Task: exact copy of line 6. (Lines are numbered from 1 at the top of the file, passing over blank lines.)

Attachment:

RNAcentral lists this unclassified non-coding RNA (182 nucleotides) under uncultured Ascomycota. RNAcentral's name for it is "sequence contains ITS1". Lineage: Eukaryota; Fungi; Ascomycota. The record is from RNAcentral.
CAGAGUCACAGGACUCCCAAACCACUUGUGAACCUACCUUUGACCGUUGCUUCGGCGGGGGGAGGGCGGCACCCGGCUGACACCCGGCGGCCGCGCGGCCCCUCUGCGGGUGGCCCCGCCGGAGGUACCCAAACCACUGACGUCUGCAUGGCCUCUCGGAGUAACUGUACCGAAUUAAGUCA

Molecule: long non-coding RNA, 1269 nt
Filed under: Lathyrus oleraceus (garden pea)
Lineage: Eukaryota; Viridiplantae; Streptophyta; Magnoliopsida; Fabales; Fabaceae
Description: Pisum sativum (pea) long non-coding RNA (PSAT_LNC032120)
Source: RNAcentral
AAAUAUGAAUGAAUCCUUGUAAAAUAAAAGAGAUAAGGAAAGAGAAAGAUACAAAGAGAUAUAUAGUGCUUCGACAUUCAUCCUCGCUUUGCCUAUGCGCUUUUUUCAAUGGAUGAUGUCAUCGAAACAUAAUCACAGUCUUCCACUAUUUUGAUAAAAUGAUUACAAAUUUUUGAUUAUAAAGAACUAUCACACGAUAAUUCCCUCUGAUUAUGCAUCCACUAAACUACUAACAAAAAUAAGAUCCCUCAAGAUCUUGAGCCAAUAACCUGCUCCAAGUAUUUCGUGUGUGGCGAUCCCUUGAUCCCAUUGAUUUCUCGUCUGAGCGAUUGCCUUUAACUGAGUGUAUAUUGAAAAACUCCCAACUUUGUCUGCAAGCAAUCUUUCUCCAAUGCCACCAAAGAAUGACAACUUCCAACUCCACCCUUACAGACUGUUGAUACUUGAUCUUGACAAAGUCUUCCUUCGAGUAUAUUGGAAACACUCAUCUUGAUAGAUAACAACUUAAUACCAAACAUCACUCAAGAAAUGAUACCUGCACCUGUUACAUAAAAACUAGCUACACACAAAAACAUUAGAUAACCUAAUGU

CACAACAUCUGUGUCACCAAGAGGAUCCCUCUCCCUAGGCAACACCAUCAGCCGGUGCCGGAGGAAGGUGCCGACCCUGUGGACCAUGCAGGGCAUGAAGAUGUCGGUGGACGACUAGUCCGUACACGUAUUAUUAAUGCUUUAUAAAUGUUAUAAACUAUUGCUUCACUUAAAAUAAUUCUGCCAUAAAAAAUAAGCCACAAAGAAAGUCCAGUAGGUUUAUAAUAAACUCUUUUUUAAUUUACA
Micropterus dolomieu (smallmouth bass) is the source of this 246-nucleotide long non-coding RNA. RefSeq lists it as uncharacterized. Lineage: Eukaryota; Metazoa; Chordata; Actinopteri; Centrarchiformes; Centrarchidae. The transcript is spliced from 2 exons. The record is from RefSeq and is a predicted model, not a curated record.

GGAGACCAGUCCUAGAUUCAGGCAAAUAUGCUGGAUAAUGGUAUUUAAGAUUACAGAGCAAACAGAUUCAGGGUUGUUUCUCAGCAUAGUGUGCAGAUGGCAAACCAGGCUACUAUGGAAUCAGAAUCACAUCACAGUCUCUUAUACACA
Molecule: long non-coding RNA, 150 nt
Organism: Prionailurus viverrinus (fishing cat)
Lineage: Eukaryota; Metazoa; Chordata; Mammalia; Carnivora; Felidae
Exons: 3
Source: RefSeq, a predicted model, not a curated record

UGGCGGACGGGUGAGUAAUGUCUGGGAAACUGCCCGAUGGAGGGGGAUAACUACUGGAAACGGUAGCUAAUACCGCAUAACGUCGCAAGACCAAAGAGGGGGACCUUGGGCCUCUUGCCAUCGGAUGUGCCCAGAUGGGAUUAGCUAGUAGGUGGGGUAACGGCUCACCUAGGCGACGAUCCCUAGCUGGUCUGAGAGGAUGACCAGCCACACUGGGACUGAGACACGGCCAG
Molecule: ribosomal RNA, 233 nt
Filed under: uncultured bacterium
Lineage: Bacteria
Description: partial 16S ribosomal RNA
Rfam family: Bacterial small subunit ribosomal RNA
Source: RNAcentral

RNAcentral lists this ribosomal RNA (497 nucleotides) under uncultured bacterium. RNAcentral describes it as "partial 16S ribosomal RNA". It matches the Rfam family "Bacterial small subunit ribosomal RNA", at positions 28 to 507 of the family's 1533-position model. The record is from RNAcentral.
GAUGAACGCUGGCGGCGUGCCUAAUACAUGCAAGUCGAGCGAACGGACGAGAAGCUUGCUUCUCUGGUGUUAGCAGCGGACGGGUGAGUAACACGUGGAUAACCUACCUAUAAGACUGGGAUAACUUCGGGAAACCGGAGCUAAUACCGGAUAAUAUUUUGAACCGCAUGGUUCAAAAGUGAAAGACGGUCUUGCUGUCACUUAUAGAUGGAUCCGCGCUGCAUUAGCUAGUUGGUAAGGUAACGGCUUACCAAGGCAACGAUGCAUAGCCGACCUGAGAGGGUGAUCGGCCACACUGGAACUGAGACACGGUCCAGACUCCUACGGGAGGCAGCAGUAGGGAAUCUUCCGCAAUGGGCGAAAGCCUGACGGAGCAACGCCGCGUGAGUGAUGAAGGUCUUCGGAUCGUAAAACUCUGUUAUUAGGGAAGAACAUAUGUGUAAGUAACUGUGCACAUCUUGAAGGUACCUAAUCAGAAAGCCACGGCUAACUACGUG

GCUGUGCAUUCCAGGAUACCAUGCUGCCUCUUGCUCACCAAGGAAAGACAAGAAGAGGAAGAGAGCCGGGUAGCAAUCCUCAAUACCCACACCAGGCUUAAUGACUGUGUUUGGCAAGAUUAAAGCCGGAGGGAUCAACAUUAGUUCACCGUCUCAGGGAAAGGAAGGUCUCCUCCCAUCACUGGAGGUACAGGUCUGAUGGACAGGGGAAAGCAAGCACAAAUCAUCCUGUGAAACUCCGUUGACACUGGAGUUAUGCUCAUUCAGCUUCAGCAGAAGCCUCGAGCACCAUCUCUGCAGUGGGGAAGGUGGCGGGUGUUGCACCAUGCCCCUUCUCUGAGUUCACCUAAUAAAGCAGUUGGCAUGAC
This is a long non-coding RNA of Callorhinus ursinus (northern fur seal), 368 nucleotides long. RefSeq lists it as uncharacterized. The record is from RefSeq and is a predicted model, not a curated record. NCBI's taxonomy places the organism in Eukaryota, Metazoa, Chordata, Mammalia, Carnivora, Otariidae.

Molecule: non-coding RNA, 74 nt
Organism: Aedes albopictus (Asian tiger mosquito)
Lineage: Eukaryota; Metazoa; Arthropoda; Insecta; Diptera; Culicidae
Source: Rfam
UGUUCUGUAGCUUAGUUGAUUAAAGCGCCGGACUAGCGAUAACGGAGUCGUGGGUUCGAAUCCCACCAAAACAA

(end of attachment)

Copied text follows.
Description: Pisum sativum (pea) long non-coding RNA (PSAT_LNC032120)